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Comic Books, Film
All this month I’ll be reviewing different comic books by female creators, based on submissions from the actual creators of the comic books themselves. Here‘s a list of all the books featured so far this month.
We’re behind, so I’ll be doubling up for the rest of the month!
We continue with the first volume of Jennifer’s Journal: The Life of a SubUrban Girl, written and drawn by Jennifer Crute…
Jennifer Crute has a fascinating approach of telling her life story of growing up in the suburbs of New Jersey in the 1980s. While the comic is ROUGHLY a chronological story of her early childhood, what it really does is jump all over the place showing glimpses of Crute’s life here and there to the point where when we are finished with the book, we have a full grasp of her life and the surrounding influences that made up her life. For instance, Crute even goes back in time to show the life of her ancestors, like her mother as a child or her mother debating whether to marry Crute’s father or not.
These snapshots of life in the past (and the DISTANT past) only give us a quick view at a point in time, but when you put enough of them together, you see the full view of Crute’s experience.
Crute is a charming storyteller and she makes the story a very enjoyable one to experience. Her artwork is bright and cheery, which often contrasts with the story that she is telling. Perhaps one of the most striking stories in the book is when Crute notes how the lack of filter on little kids can often lead to some REALLY awkward situations…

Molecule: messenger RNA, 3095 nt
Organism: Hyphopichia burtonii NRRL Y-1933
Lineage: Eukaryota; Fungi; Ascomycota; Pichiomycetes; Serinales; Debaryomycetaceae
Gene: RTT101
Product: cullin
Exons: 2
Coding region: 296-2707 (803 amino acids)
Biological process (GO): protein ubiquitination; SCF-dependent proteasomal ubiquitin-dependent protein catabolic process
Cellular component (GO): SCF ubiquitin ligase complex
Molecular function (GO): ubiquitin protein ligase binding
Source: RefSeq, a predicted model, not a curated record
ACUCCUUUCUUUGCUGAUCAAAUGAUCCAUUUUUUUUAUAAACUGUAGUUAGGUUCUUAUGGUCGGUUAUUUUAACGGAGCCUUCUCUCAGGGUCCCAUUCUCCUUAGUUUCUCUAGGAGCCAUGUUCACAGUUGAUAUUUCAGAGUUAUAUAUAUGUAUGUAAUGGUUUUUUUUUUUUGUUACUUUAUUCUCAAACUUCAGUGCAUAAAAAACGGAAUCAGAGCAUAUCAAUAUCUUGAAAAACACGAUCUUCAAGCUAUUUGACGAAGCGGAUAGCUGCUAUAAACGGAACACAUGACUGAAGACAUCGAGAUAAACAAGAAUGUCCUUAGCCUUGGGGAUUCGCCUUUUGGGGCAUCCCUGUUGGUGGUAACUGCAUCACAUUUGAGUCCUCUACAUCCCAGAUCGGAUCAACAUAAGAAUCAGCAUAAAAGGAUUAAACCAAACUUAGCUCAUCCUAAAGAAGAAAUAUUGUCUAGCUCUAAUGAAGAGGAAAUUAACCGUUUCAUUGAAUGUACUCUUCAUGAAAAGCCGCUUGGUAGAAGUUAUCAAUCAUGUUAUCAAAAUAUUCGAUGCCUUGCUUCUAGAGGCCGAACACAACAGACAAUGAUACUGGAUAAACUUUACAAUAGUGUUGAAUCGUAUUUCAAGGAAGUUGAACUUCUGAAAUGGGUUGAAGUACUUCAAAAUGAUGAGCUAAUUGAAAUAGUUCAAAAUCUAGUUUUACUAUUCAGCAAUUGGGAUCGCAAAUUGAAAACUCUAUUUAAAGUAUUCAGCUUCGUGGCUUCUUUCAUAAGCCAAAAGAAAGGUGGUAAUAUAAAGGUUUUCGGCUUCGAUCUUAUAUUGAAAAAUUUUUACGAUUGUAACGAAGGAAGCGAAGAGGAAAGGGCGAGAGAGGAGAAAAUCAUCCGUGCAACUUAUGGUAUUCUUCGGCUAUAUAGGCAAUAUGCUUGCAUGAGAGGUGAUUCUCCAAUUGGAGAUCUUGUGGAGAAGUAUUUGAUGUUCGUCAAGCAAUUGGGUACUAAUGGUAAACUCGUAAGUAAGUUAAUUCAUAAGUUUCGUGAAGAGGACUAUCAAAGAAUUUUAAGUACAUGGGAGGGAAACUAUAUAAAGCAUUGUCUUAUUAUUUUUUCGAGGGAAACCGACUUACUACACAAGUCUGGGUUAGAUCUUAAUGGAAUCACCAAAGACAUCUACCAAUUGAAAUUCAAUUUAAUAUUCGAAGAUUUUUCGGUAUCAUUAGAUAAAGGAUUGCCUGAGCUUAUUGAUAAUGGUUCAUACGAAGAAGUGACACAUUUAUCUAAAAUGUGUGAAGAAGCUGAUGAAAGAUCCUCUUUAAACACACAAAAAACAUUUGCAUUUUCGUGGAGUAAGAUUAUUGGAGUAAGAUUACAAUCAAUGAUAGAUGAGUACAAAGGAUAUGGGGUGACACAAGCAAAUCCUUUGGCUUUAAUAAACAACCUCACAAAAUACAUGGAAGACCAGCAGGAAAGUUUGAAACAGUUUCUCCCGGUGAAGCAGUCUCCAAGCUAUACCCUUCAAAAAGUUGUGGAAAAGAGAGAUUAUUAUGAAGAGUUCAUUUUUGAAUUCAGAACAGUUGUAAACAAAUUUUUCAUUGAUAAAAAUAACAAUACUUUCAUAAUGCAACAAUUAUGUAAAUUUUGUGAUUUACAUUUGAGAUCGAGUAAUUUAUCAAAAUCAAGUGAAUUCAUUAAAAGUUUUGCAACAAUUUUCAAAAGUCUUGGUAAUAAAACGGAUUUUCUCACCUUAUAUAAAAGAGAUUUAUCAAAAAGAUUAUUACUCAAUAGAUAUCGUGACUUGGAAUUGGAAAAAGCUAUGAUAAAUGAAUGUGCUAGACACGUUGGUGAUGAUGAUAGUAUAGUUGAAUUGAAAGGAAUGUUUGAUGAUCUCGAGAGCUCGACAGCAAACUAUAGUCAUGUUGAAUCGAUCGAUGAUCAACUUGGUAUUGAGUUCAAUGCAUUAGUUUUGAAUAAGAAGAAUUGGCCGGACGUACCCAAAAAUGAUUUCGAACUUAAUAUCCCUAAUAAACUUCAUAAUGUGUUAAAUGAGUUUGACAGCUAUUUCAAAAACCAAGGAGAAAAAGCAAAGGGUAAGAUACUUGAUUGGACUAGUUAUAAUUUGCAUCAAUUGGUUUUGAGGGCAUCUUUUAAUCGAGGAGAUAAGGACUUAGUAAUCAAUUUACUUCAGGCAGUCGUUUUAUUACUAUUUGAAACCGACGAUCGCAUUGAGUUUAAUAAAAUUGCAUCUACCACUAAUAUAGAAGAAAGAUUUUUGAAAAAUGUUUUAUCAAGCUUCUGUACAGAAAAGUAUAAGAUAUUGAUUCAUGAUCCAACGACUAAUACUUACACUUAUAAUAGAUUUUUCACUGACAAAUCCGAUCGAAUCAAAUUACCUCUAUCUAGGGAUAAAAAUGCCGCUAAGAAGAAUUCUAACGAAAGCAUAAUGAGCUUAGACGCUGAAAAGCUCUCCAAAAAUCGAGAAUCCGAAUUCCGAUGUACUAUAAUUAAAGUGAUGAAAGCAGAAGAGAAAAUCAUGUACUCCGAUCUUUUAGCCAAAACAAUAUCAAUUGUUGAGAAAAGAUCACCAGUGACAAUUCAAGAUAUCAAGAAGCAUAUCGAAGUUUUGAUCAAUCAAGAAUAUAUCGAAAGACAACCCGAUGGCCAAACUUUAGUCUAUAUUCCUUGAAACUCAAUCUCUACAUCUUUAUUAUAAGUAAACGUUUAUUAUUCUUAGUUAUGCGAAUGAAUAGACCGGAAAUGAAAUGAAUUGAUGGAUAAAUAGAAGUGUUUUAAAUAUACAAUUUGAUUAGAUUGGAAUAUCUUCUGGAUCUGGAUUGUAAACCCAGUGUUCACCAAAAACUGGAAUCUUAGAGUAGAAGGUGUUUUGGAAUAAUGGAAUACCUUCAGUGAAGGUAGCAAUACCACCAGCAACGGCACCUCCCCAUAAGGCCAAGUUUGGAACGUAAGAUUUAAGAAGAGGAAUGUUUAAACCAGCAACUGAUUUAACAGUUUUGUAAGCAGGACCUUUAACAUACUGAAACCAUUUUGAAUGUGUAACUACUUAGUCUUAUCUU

Note the contrast behind the awfulness of the situation and the cuteness of that racist little baby. The baby in that story should be about 30 right now. I wonder if he is, in fact, a racist nowadays.
Crute’s relationship with her brother is a big part of the book. He comes off really well in the comic, as a sort of lighthouse for Crute in the storminess of her life growing up. Here, though, her brother giving her some help ended up having an embarrassing result for him…
A really great sequence in the comic is Crute’s problems relating to organized religion, especially when it came to her “problems” with trying to keep herself from touching herself, as she believes that’s what God wants…
That’s awesomely twisted.
A lot of the comic is like that, hilariously bizarre behavior but supporting with more than enough heart for your heartstrings to be repeatedly tugged by certain scenarios in Jennifer’s young life.
So if you’re looking for a hilarious (if rough at times due to the sad changes in Crute’s family life), well-though-out auto-biographical comic book, look no further than this comic, which you can buy here.
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